For his part, President Clinton signed the biggest law enforcement bill in American history and ushered in unprecedentedly cruel "one strike" penalties for ex-felons, banning them from public housing and food stamps for life (pgs. 55-7). Clinton, whom Alexander credits with having done more to create today's racial caste system than any other president, also oversaw the biggest expansion of the prison system in the history of the United States (p. 56). Mass incarceration quickly became a bipartisan set of policies and has since been set on cruise control—if not acceleration—by successive administrations, including the current one (pgs. 238-41).[4] The result? The prison population in the U.S. has increased from 300,000 in 1980 to nearly two and a half million today—by far the biggest prison population of any country in the world, both proportionally and numerically. Crucially, drug offenses account for two-thirds of the increase in federal prisoners and over half of the increase in state prisoners (p. 59).

Rounded up, Locked up, and Locked out

Alexander likens mass incarceration to slavery and Jim Crow on the grounds that each racial caste system functions as a "tightly networked system of laws, policies, customs, and institutions that operate collectively to ensure the subordinate status [of African Americans]" (p. 13). Mass incarceration, she continues, can be largely understood as functioning in three distinct phases: rounding up men of color, placing them under formal correctional control, and branding them as felons for life (pgs. 180-2). While the author thoroughly and carefully takes into account a great many variables in the book, including history, politics, and legal precedents, it is worth briefly examining here the three distinct phases she highlights.

Police agencies have a tremendous amount of discretion when it comes to enforcing drug laws. Countless studies of policing practices across the country consistently reveal enormous—almost pathological—racial biases against black and brown men. This is especially true with the War on Drugs despite the fact that blacks and Latinos are no more likely to use or sell illegal drugs than their white counterparts. With the blessing of the courts, police officers are encouraged to stop massive amounts of people—whether driving or walking—to conduct searches, or fishing expeditions, for drugs. The vast majority—upwards of 80 to 90 percent—of those targeted have been people of color. In cities like New York, this translates into over one thousand black and brown men being arbitrarily searched and harassed every day according to the NYPD's own figures. Many city police departments across the U.S. also keep mass biographical databases of racial minorities irrespective of crime. Rationalized as a means of monitoring "gangs" and "crime," the databases seek to build profiles on anyone "using slang" or wearing "baggy" pants (read: any person of color). In Los Angeles and Denver, for example, it has been revealed that the vast majority of blacks and Latinos residing in these cities were on mass databases of suspected criminals (pgs. 131-4). As Alexander points out, the courts have essentially closed the doors to claims of racial discrimination (absent an admission of racial hatred on the part of officials, McCleskey v. Kemp, 1987, p. 106-9, 189) with the Supreme Court going so far as to declare race to be a legitimate—if not determinative—factor in police discretionary decision making (United States v. Brignoni-Ponce, 1975, pgs. 128-33).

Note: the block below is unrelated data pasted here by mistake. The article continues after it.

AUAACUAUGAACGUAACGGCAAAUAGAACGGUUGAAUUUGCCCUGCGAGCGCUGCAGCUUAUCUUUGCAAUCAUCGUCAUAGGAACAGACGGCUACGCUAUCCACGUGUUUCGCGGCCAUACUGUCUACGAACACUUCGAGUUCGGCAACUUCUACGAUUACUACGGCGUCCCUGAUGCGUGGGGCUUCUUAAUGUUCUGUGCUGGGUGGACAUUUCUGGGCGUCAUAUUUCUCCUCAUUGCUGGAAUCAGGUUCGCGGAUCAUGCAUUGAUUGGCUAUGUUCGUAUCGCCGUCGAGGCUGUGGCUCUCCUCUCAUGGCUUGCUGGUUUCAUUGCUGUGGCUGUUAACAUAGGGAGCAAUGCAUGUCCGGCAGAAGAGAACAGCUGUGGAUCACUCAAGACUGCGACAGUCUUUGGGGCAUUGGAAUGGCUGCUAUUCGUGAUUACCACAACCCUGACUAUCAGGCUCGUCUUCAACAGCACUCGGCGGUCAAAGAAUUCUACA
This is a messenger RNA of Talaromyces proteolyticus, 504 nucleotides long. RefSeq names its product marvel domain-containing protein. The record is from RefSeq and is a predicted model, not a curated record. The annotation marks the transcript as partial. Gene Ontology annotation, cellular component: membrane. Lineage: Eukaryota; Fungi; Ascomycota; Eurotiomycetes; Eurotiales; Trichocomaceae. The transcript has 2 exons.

Incarceration rates dramatically reflect racist policing patterns and political priorities. Because the quintupling of the prison population is largely a result of incarcerating black and brown drug offenders, the majority of prisoners today are locked up for nonviolent offenses. And despite the fact that blacks are no more likely (and perhaps less likely) than whites to engage in drug use or sales, in many states blacks have been sent to prison on drug charges at rates ranging from twenty to nearly sixty times the rate of whites—a pattern which fundamentally holds true for adolescent offenders as well. In Illinois, for example, blacks are less than twenty percent of the state's drug users and sellers, but constitute 90 percent of all incarcerated drug offenders. As a nation, whites are the overwhelming majority of drug users and sellers yet the vast majority—75 percent—of all drug offenders sent to prison are black or Latino (pgs. 96-7).

It is no surprise then that one in every three young black men in America is either locked up or on probation or parole; nationwide, the figure is nearly 50 percent when those who have been permanently labeled as felons are included.[5] It should be emphasized that the status of those on probation and parole—especially the latter—is equivalent to having no civil rights; often times the slightest infraction—for example, missing an appointment or failing to find a job—is enough for the state to tear the individual from his family and community and lock him in a cage for months or even years (p. 93). For many inner-city communities, prison has become the rule rather than the exception. To cite just one example, in Washington DC, three out of every four young black men—irrespective of class—can expect to be incarcerated (p. 159). At the current rate of incarceration, one out of every three black male babies born at the turn of the 21st century will end up in prison.[6] Today, due largely to the mass incarceration of black men, an African-American child is less likely to be raised by both parents than a black child born during slavery (p. 175) and almost ten times more likely than white children to have a parent incarcerated.[7]